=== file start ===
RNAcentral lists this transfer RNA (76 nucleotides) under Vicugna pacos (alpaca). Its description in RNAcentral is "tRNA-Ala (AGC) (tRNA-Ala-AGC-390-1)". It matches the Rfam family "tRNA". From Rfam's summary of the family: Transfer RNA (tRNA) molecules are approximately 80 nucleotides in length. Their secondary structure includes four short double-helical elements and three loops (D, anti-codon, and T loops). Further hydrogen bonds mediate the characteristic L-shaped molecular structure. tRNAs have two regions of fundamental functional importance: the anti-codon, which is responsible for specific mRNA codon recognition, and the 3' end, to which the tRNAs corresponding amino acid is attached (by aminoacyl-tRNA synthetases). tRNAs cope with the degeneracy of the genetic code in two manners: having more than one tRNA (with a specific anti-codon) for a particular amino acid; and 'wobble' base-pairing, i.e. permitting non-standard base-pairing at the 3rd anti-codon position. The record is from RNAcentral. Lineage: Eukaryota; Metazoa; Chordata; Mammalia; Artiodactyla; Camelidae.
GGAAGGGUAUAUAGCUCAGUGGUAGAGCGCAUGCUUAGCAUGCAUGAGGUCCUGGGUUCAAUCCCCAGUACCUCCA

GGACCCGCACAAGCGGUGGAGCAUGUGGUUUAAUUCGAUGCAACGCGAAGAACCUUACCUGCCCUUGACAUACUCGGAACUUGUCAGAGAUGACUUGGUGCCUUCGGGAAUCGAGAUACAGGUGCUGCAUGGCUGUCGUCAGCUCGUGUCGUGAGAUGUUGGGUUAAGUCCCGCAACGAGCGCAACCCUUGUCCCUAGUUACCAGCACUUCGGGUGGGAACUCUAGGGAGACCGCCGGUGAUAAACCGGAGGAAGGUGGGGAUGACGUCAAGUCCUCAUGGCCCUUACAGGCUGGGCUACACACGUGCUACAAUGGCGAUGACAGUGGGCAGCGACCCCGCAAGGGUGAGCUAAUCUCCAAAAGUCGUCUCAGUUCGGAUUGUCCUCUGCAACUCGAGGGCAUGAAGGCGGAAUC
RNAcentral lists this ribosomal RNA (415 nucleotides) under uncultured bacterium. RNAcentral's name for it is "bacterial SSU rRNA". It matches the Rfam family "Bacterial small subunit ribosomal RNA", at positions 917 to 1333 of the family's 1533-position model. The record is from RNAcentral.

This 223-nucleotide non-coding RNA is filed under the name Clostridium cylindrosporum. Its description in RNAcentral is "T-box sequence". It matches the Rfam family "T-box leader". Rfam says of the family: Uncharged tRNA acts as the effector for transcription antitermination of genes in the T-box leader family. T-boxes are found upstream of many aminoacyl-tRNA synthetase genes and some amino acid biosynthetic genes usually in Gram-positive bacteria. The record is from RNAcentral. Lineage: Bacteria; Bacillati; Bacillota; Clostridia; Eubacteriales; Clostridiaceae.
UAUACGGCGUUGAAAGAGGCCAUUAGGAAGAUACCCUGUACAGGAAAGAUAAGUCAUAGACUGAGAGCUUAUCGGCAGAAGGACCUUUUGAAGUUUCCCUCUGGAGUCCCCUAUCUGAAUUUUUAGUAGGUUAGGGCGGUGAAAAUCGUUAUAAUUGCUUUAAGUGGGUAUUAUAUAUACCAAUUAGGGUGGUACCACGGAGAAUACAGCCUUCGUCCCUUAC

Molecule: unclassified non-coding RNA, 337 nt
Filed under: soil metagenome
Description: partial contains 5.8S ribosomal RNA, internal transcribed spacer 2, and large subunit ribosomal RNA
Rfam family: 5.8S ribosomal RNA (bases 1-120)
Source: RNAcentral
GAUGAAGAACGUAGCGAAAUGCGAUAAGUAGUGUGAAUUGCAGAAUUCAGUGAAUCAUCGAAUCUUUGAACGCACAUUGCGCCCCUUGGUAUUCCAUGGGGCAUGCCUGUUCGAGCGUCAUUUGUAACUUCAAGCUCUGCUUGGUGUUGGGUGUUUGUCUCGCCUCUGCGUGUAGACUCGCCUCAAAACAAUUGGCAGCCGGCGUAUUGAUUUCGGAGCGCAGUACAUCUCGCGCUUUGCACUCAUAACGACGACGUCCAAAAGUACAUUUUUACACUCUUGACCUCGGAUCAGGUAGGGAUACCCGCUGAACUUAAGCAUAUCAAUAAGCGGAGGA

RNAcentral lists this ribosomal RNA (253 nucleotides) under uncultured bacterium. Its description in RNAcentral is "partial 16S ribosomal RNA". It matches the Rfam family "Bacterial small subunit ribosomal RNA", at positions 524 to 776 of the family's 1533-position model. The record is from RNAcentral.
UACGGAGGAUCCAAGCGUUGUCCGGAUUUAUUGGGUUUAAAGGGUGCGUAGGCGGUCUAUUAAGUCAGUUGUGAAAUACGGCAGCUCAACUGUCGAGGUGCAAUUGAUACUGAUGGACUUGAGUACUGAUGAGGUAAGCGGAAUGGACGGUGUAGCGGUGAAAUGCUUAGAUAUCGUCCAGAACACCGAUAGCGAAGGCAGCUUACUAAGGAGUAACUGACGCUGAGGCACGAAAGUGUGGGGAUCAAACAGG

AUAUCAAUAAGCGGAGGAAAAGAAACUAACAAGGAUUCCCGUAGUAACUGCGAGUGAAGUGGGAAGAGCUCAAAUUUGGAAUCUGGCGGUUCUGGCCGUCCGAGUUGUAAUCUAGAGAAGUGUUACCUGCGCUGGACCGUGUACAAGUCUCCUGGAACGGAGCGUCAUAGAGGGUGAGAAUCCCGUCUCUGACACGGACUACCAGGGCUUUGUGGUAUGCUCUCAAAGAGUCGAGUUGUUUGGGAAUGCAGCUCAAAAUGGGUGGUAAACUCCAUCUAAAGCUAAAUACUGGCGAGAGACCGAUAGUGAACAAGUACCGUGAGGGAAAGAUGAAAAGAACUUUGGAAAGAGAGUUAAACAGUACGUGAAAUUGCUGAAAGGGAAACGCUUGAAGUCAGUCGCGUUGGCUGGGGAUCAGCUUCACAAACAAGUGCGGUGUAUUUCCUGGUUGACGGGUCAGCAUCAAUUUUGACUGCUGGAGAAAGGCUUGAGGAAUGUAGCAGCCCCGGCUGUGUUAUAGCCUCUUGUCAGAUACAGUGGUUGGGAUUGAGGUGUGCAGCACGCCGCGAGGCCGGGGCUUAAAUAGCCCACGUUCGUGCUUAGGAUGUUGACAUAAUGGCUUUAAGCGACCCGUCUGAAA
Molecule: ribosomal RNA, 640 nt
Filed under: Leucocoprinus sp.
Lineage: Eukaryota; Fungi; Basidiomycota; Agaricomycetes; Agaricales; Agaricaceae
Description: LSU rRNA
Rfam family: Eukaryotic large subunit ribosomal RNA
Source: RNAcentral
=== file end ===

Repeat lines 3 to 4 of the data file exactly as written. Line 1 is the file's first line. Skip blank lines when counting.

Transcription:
GGACCCGCACAAGCGGUGGAGCAUGUGGUUUAAUUCGAUGCAACGCGAAGAACCUUACCUGCCCUUGACAUACUCGGAACUUGUCAGAGAUGACUUGGUGCCUUCGGGAAUCGAGAUACAGGUGCUGCAUGGCUGUCGUCAGCUCGUGUCGUGAGAUGUUGGGUUAAGUCCCGCAACGAGCGCAACCCUUGUCCCUAGUUACCAGCACUUCGGGUGGGAACUCUAGGGAGACCGCCGGUGAUAAACCGGAGGAAGGUGGGGAUGACGUCAAGUCCUCAUGGCCCUUACAGGCUGGGCUACACACGUGCUACAAUGGCGAUGACAGUGGGCAGCGACCCCGCAAGGGUGAGCUAAUCUCCAAAAGUCGUCUCAGUUCGGAUUGUCCUCUGCAACUCGAGGGCAUGAAGGCGGAAUC
RNAcentral lists this ribosomal RNA (415 nucleotides) under uncultured bacterium. RNAcentral's name for it is "bacterial SSU rRNA". It matches the Rfam family "Bacterial small subunit ribosomal RNA", at positions 917 to 1333 of the family's 1533-position model. The record is from RNAcentral.